Summer time often means more time for grandparents to spend with grandchildren. Sometimes that’s a vacation or cottage getaway. Sometimes it’s a childcare-in-the-city situation. Either way, it may be a time where grandparents get more day-to-day interaction with their grandkids who are not in school. With lots of activities and destinations to choose from, how does a grandparent decide what to do?
You may want to think about summer activities, which, while being fun and novel, will also support academic learning. Some of these will be obvious, but some might have benefits you have not thought of.
Take the dolls tea party, for example. Set the table for tea time with the dolls, stuffed animals and action figures—don’t forget about the beloved cars and trucks. Discuss patterns, distributing one napkin to each creature, anticipating the needs of others. Pouring out the “tea” and passing the cookies provides practice in turn-taking and polite pleases and thank yous.
If you want to go all out, how about baking the cookies? Choose a really simple recipe with few ingredients. But even a three-year-old can help to measure and pour and stir. Cooking is a great way to reinforce math concepts (measurements of volume and weights, setting timers, talking about temperatures).
Baking is also an opportunity for practicing fine motor skills, pouring, cutting (butter, with a table knife, for example—nothing sharp!), blending butter into flour. It gives kids a chance to experience and talk about textures (powdery flour, greasy butter) which they don’t feel every day, as well as smells: cinnamon, lemon peel, cloves. Not to mention the way soft dough become crisp cookie—it’s not magic, it’s chemistry!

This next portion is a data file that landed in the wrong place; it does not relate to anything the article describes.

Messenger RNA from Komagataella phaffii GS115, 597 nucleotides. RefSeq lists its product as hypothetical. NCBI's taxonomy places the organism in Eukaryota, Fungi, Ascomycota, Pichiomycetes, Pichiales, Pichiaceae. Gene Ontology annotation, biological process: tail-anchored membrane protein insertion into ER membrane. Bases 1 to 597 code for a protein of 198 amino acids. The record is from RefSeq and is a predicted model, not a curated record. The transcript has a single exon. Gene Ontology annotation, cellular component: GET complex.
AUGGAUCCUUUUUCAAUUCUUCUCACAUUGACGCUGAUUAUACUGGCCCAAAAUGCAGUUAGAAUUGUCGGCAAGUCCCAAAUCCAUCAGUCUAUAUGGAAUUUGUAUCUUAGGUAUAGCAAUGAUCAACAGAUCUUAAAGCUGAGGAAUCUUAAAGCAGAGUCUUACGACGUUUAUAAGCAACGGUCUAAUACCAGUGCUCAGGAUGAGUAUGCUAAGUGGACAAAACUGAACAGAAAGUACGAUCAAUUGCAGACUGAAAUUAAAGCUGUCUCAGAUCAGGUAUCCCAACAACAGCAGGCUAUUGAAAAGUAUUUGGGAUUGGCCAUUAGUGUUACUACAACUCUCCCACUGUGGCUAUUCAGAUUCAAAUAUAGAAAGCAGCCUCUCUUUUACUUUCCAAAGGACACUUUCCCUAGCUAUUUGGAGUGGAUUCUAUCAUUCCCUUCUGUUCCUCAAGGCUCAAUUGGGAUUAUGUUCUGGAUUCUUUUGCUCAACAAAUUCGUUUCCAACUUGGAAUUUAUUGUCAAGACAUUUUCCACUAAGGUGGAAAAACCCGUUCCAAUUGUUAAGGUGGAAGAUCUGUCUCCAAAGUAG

Building with blocks provides lots of opportunities to practice fine motor coordination and engineering skills. Of course it all starts with you building a tower and your grandchild knocking it down. A great exercise in turn taking! A little later, set up a small construction and challenge your grandchild to copy it. Then ask them to set you a challenge. Create enclosures for toys animals and dinosaurs. Make a house for the dolls. Lots of opportunities for telling stories.
With older kids (4 and up) grandparents can teach them card games. Start with sorting the cards into red and black, or suits, or numbers versus face cards. Progress to Memory where all the cards are laid out face down and each player turns over two at a time. The goal is to remember where the cards are and find matching pairs. Games like War and PishePasha great starting games that don’t require small kiddy-hands to hold fanned-out cards (that’s a difficult fine motor skill!). By the time kids are 6 or 7, they can learn Crazy Eights or Gin Rummy. And I know eight-year-olds who play Bridge!
Summer means outdoors, and outdoor play is a great time to develop gross motor skills, like running, kicking and throwing.
These skills take a long time to develop and kids need a lot of practice! Take the opportunity to discuss things we CAN kick and throw (balls in the field, stones into the water) and those we must not. There are lots of games you can create around throwing stones into the ocean or a lake: who can throw it farther (of course), who can hit that log, who can do the silliest throw, who can throw over their shoulder. But just meditatively tossing stones in the water can make space for conversation and connection.
Time outdoors also promotes healthy eye development. Studies have shown that spending a couple of hours a day outdoors reduces the incidence of myopia (short-sightedness). It seems that the bright light of the outdoors, and the opportunity to focus on the far-away things give the eyes the stimulation they need.
On Vancouver Island we are so lucky to have relatively easy access to the shore and the ocean.
There are so many opportunities there for wildlife observation, exploring tide pools, building sand castles, collecting pebbles or driftwood. But remember that just being outdoors, with unstructured time is hugely beneficial for children—and everyone else. The fresh air, the sunshine (remember sunscreen, hats, and the hydrantion), and the freedom is what summer is all about!